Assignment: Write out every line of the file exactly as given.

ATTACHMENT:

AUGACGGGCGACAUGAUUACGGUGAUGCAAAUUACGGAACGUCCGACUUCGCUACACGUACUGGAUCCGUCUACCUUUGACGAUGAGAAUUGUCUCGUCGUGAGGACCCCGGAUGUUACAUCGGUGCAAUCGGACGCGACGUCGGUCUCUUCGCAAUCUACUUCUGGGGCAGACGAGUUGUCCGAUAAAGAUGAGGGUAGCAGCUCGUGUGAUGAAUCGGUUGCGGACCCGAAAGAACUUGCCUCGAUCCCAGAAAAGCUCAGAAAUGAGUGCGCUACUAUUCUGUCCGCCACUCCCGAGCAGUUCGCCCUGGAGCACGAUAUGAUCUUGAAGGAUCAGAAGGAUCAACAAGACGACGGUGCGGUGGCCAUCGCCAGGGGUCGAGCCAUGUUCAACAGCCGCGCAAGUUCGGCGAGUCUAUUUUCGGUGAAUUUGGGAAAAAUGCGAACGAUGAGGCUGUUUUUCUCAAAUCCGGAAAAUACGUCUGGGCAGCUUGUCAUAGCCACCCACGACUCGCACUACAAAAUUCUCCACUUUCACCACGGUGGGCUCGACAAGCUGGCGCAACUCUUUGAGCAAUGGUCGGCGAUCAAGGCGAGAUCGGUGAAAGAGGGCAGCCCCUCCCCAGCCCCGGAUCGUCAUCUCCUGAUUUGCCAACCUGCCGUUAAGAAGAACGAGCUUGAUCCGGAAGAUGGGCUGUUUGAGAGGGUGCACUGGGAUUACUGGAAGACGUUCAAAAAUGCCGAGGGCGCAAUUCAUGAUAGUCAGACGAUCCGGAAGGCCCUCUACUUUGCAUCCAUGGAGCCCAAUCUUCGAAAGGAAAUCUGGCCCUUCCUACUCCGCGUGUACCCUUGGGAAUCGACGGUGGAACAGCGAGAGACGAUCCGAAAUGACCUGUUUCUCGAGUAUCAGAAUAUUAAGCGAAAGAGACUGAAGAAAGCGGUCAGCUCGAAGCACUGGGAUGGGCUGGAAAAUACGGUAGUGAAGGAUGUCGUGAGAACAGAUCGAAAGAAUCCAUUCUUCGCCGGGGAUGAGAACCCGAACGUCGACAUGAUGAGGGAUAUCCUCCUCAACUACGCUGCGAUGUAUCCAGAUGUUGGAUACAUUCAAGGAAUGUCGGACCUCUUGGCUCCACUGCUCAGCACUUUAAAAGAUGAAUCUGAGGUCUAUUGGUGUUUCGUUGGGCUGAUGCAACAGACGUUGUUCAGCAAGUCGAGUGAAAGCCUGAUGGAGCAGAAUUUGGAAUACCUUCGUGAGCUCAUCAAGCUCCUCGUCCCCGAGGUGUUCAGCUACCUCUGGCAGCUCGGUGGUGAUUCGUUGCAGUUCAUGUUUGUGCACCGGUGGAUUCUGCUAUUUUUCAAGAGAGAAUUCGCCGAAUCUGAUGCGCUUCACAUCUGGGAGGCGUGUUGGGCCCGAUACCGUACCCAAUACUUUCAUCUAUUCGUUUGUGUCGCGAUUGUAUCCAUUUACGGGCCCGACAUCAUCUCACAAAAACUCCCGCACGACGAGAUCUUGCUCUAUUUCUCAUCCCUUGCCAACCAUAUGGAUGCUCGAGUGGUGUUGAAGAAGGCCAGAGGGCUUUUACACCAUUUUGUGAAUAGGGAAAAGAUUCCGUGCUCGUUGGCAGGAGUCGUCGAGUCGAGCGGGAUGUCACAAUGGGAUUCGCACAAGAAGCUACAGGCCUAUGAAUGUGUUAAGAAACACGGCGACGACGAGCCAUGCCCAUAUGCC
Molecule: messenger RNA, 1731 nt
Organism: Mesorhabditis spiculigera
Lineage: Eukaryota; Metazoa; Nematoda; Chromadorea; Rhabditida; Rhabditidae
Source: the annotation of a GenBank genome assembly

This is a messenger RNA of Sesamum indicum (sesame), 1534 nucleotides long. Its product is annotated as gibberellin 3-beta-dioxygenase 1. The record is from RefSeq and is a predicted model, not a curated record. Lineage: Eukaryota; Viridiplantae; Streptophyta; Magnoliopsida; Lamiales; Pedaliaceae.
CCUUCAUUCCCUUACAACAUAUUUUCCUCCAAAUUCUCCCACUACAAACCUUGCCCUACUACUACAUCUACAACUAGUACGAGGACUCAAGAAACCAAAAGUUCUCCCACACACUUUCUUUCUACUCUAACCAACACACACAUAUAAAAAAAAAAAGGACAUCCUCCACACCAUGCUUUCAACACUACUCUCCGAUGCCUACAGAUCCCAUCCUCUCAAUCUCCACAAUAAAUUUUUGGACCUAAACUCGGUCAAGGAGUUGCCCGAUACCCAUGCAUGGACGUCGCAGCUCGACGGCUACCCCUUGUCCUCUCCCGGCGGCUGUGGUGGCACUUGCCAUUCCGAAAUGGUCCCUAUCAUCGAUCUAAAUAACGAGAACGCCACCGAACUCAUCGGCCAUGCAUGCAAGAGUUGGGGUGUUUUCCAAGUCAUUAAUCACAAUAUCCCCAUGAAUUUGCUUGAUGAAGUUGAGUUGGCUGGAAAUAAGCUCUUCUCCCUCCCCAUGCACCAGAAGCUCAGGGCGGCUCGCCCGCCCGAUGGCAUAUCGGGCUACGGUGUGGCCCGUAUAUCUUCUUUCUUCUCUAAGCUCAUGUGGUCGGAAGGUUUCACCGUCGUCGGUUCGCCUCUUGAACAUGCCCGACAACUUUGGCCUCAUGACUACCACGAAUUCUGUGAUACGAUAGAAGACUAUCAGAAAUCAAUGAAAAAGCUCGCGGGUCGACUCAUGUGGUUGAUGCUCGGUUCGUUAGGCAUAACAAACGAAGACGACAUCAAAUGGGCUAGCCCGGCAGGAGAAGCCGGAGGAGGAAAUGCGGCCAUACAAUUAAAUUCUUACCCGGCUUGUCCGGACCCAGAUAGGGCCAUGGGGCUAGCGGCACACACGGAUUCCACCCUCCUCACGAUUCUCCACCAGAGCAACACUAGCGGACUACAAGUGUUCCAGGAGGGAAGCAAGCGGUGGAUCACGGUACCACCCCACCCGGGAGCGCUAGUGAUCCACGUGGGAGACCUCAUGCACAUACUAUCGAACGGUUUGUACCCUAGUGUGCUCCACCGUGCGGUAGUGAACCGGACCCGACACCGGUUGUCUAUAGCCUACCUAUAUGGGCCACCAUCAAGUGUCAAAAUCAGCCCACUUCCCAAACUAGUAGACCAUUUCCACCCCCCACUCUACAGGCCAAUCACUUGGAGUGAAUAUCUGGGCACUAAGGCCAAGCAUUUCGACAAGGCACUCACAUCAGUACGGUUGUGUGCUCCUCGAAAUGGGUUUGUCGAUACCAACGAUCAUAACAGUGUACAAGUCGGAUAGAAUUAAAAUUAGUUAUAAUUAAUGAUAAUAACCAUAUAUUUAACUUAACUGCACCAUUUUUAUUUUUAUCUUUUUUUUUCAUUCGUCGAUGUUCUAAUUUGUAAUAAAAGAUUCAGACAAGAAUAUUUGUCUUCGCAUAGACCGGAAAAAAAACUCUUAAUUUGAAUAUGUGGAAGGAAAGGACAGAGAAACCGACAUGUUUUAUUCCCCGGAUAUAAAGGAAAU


AUGACGGGCGACAUGAUUACGGUGAUGCAAAUUACGGAACGUCCGACUUCGCUACACGUACUGGAUCCGUCUACCUUUGACGAUGAGAAUUGUCUCGUCGUGAGGACCCCGGAUGUUACAUCGGUGCAAUCGGACGCGACGUCGGUCUCUUCGCAAUCUACUUCUGGGGCAGACGAGUUGUCCGAUAAAGAUGAGGGUAGCAGCUCGUGUGAUGAAUCGGUUGCGGACCCGAAAGAACUUGCCUCGAUCCCAGAAAAGCUCAGAAAUGAGUGCGCUACUAUUCUGUCCGCCACUCCCGAGCAGUUCGCCCUGGAGCACGAUAUGAUCUUGAAGGAUCAGAAGGAUCAACAAGACGACGGUGCGGUGGCCAUCGCCAGGGGUCGAGCCAUGUUCAACAGCCGCGCAAGUUCGGCGAGUCUAUUUUCGGUGAAUUUGGGAAAAAUGCGAACGAUGAGGCUGUUUUUCUCAAAUCCGGAAAAUACGUCUGGGCAGCUUGUCAUAGCCACCCACGACUCGCACUACAAAAUUCUCCACUUUCACCACGGUGGGCUCGACAAGCUGGCGCAACUCUUUGAGCAAUGGUCGGCGAUCAAGGCGAGAUCGGUGAAAGAGGGCAGCCCCUCCCCAGCCCCGGAUCGUCAUCUCCUGAUUUGCCAACCUGCCGUUAAGAAGAACGAGCUUGAUCCGGAAGAUGGGCUGUUUGAGAGGGUGCACUGGGAUUACUGGAAGACGUUCAAAAAUGCCGAGGGCGCAAUUCAUGAUAGUCAGACGAUCCGGAAGGCCCUCUACUUUGCAUCCAUGGAGCCCAAUCUUCGAAAGGAAAUCUGGCCCUUCCUACUCCGCGUGUACCCUUGGGAAUCGACGGUGGAACAGCGAGAGACGAUCCGAAAUGACCUGUUUCUCGAGUAUCAGAAUAUUAAGCGAAAGAGACUGAAGAAAGCGGUCAGCUCGAAGCACUGGGAUGGGCUGGAAAAUACGGUAGUGAAGGAUGUCGUGAGAACAGAUCGAAAGAAUCCAUUCUUCGCCGGGGAUGAGAACCCGAACGUCGACAUGAUGAGGGAUAUCCUCCUCAACUACGCUGCGAUGUAUCCAGAUGUUGGAUACAUUCAAGGAAUGUCGGACCUCUUGGCUCCACUGCUCAGCACUUUAAAAGAUGAAUCUGAGGUCUAUUGGUGUUUCGUUGGGCUGAUGCAACAGACGUUGUUCAGCAAGUCGAGUGAAAGCCUGAUGGAGCAGAAUUUGGAAUACCUUCGUGAGCUCAUCAAGCUCCUCGUCCCCGAGGUGUUCAGCUACCUCUGGCAGCUCGGUGGUGAUUCGUUGCAGUUCAUGUUUGUGCACCGGUGGAUUCUGCUAUUUUUCAAGAGAGAAUUCGCCGAAUCUGAUGCGCUUCACAUCUGGGAGGCGUGUUGGGCCCGAUACCGUACCCAAUACUUUCAUCUAUUCGUUUGUGUCGCGAUUGUAUCCAUUUACGGGCCCGACAUCAUCUCACAAAAACUCCCGCACGACGAGAUCUUGCUCUAUUUCUCAUCCCUUGCCAACCAUAUGGAUGCUCGAGUGGUGUUGAAGAAGGCCAGAGGGCUUUUACACCAUUUUGUGAAUAGGGAAAAGAUUCCGUGCUCGUUGGCAGGAGUCGUCGAGUCGAGCGGGAUGUCACAAUGGGAUUCGCACAAGAAGCUACAGGCCUAUGAAUGUGUUAAGAAACACGGCGACGACGAGCCAUGCCCAUAUGCC
Molecule: messenger RNA, 1731 nt
Organism: Mesorhabditis spiculigera
Lineage: Eukaryota; Metazoa; Nematoda; Chromadorea; Rhabditida; Rhabditidae
Source: the annotation of a GenBank genome assembly

This is a messenger RNA of Sesamum indicum (sesame), 1534 nucleotides long. Its product is annotated as gibberellin 3-beta-dioxygenase 1. The record is from RefSeq and is a predicted model, not a curated record. Lineage: Eukaryota; Viridiplantae; Streptophyta; Magnoliopsida; Lamiales; Pedaliaceae.
CCUUCAUUCCCUUACAACAUAUUUUCCUCCAAAUUCUCCCACUACAAACCUUGCCCUACUACUACAUCUACAACUAGUACGAGGACUCAAGAAACCAAAAGUUCUCCCACACACUUUCUUUCUACUCUAACCAACACACACAUAUAAAAAAAAAAAGGACAUCCUCCACACCAUGCUUUCAACACUACUCUCCGAUGCCUACAGAUCCCAUCCUCUCAAUCUCCACAAUAAAUUUUUGGACCUAAACUCGGUCAAGGAGUUGCCCGAUACCCAUGCAUGGACGUCGCAGCUCGACGGCUACCCCUUGUCCUCUCCCGGCGGCUGUGGUGGCACUUGCCAUUCCGAAAUGGUCCCUAUCAUCGAUCUAAAUAACGAGAACGCCACCGAACUCAUCGGCCAUGCAUGCAAGAGUUGGGGUGUUUUCCAAGUCAUUAAUCACAAUAUCCCCAUGAAUUUGCUUGAUGAAGUUGAGUUGGCUGGAAAUAAGCUCUUCUCCCUCCCCAUGCACCAGAAGCUCAGGGCGGCUCGCCCGCCCGAUGGCAUAUCGGGCUACGGUGUGGCCCGUAUAUCUUCUUUCUUCUCUAAGCUCAUGUGGUCGGAAGGUUUCACCGUCGUCGGUUCGCCUCUUGAACAUGCCCGACAACUUUGGCCUCAUGACUACCACGAAUUCUGUGAUACGAUAGAAGACUAUCAGAAAUCAAUGAAAAAGCUCGCGGGUCGACUCAUGUGGUUGAUGCUCGGUUCGUUAGGCAUAACAAACGAAGACGACAUCAAAUGGGCUAGCCCGGCAGGAGAAGCCGGAGGAGGAAAUGCGGCCAUACAAUUAAAUUCUUACCCGGCUUGUCCGGACCCAGAUAGGGCCAUGGGGCUAGCGGCACACACGGAUUCCACCCUCCUCACGAUUCUCCACCAGAGCAACACUAGCGGACUACAAGUGUUCCAGGAGGGAAGCAAGCGGUGGAUCACGGUACCACCCCACCCGGGAGCGCUAGUGAUCCACGUGGGAGACCUCAUGCACAUACUAUCGAACGGUUUGUACCCUAGUGUGCUCCACCGUGCGGUAGUGAACCGGACCCGACACCGGUUGUCUAUAGCCUACCUAUAUGGGCCACCAUCAAGUGUCAAAAUCAGCCCACUUCCCAAACUAGUAGACCAUUUCCACCCCCCACUCUACAGGCCAAUCACUUGGAGUGAAUAUCUGGGCACUAAGGCCAAGCAUUUCGACAAGGCACUCACAUCAGUACGGUUGUGUGCUCCUCGAAAUGGGUUUGUCGAUACCAACGAUCAUAACAGUGUACAAGUCGGAUAGAAUUAAAAUUAGUUAUAAUUAAUGAUAAUAACCAUAUAUUUAACUUAACUGCACCAUUUUUAUUUUUAUCUUUUUUUUUCAUUCGUCGAUGUUCUAAUUUGUAAUAAAAGAUUCAGACAAGAAUAUUUGUCUUCGCAUAGACCGGAAAAAAAACUCUUAAUUUGAAUAUGUGGAAGGAAAGGACAGAGAAACCGACAUGUUUUAUUCCCCGGAUAUAAAGGAAAU